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Explained: Why eminent economists say Bitcoin remains inefficient

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Explained: Why eminent economists say Bitcoin remains inefficient


Even as value of cryptocurrency hovers around the $50,000-mark, many feel it's flawed as an investment

Explained: Why eminent economists say Bitcoin remains inefficient
Just as its price graph has shot up in the past three weeks, Bitcoin’s list of critics has grown too. Nouriel Roubini, professor of economics at New York University’s Stern School of Business and Roubini Macro Associates CEO, recently said that the world’s first cryptocurrency is a “pseudo-asset” pumped by “massive manipulation”.
Last week, Gabriel Makhlouf, the British economist, likened the craze for Bitcoin to the Netherlands Tulip mania of the 17th century, often used metaphorically to refer to an economic bubble.
American economist and Harvard professor Kenneth Rogoff, in an interview with CNBC-TV18, said that the current zero interest rates on bitcoin are producing funny asset valuations.
And now, Janet Yellen, the US Treasury Secretary, labelled Bitcoin as an “inefficient way of conducting transactions”, adding the amount of energy it took to process these transactions was “staggering”. And this statement was enough to send Bitcoin prices tumbling. It fell 11 per cent, plunging below $50,000 at $48,080. Just a few days ago, Elon Musk, whose company Tesla invested $1.5 billion in the most valued cryptocurrency, had weighed in, saying the prices of Bitcoin were “too high”.
Still not a mainstream mode of transaction
Bitcoin’s recent gains have been largely attributed to its growing acceptance among big investors such as Tesla, Mastercard and BNY Mellon. Tesla, the electric carmaker, had even said that it was planning to start accepting Bitcoin as a mode of transaction after announcing its $1.5 billion investment. A decade ago, many had said that cryptocurrency could well be the future or even the future of money itself. Despite all kinds of claims, there’s still a long way to go before Bitcoin becomes a mainstream currency.
Volatility and statements
Historically, the value of Bitcoin has been volatile. Economist Nouriel Roubini, too, recently said that while there was a visible massive rally in Bitcoin’s stock, there was “huge volatility” as well.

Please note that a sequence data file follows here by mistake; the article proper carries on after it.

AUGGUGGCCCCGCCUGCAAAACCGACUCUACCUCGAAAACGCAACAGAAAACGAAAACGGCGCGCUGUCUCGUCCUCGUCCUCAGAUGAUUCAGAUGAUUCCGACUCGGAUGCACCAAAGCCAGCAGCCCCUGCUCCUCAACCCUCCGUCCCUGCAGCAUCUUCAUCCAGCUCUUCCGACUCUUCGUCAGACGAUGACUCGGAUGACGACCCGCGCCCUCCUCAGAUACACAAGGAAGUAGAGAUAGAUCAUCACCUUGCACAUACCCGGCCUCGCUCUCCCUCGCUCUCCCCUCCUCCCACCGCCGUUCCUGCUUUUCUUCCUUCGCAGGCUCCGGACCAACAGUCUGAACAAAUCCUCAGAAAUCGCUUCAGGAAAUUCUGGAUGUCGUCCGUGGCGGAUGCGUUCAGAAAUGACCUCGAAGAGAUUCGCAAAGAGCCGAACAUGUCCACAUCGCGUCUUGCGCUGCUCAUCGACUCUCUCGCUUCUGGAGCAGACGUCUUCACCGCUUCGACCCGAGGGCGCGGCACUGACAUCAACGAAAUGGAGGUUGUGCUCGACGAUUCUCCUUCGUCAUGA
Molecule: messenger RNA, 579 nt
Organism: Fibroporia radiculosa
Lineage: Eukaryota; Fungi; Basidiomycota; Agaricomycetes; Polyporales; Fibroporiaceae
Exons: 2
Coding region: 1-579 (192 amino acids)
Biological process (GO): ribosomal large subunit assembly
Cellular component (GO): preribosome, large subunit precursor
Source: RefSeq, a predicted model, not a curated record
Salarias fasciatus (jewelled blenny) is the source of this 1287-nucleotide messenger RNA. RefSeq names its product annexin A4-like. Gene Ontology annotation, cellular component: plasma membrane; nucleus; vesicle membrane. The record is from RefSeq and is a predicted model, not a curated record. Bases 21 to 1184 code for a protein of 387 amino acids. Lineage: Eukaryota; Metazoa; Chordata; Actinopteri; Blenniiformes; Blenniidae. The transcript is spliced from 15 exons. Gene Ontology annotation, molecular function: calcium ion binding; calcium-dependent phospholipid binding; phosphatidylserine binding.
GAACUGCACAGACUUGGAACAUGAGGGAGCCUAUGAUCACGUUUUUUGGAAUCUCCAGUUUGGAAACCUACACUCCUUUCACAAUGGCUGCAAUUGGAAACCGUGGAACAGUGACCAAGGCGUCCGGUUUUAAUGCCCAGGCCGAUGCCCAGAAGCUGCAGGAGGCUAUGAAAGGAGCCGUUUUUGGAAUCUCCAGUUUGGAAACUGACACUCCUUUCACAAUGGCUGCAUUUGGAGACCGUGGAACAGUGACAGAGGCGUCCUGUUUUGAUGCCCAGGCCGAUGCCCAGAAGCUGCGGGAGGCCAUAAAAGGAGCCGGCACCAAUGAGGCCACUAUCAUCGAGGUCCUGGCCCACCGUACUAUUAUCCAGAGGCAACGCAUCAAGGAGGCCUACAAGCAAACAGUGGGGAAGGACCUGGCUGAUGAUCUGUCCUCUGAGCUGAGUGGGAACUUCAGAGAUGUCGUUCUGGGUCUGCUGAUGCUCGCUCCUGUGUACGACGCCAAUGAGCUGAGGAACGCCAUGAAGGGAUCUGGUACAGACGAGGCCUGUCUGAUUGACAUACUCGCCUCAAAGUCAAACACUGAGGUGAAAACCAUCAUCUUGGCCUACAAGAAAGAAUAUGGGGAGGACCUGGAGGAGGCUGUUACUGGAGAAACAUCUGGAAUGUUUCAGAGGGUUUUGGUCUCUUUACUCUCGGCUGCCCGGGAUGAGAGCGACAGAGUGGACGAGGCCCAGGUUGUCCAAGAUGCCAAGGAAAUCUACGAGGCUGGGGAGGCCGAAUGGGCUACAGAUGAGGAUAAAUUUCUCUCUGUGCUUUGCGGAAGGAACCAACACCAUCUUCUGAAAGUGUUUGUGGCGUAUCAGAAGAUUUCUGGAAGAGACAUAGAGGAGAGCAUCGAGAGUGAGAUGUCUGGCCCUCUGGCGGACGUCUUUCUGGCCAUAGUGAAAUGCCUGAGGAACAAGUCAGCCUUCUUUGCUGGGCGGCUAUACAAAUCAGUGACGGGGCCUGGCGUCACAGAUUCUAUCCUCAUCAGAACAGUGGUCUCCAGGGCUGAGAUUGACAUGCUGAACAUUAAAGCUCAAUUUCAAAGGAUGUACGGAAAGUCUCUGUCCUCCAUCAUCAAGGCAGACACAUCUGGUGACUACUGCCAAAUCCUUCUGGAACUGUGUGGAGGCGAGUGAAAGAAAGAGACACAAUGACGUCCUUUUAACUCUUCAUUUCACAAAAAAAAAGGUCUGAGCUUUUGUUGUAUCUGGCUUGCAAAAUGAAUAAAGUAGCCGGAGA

For instance, from October of 2017 to January of 2018, the volatility in Bitcoin prices nearly touched 18 per cent. Over the last three weeks, the stock value of Bitcoin has grown leaps and bound but has also shown signs of massive volatility. On Sunday, Bitcoin surpassed $58,000 per unit, almost double the $29,000 of its cost on January 27.
Then came a tweet from Elon Musk, followed by a statement from Yellen now and the stock has already lost over $1billion in its value. It means the statements hurt the value. It appears the stock value depends just too much on statements from industry experts, government representatives and major investors.
Uncertainty and irregularity
Many analysts have also said that Bitcoin has no “intrinsic value”. The ever-changing perception of cryptocurrency as a “store of value” also makes it somewhat volatile and hence even inefficient.
Speaking to VOX in 2018, Nicholas Weaver, a researcher at the International Computer Science Institute at UC Berkeley, underlined something almost always ignored — that cryptocurrency exchanges are not like “regular stock exchanges”, adding these are “unregulated entities”.
“For example, in a regular stock exchange, you’re not allowed to trade with yourself because that’s price manipulation. But that’s a regular occurrence on these cryptocurrency exchanges,” he further added.
Weaver explains that for any cryptocurrency to work, the very fundamental requirement is for it to stay stable.
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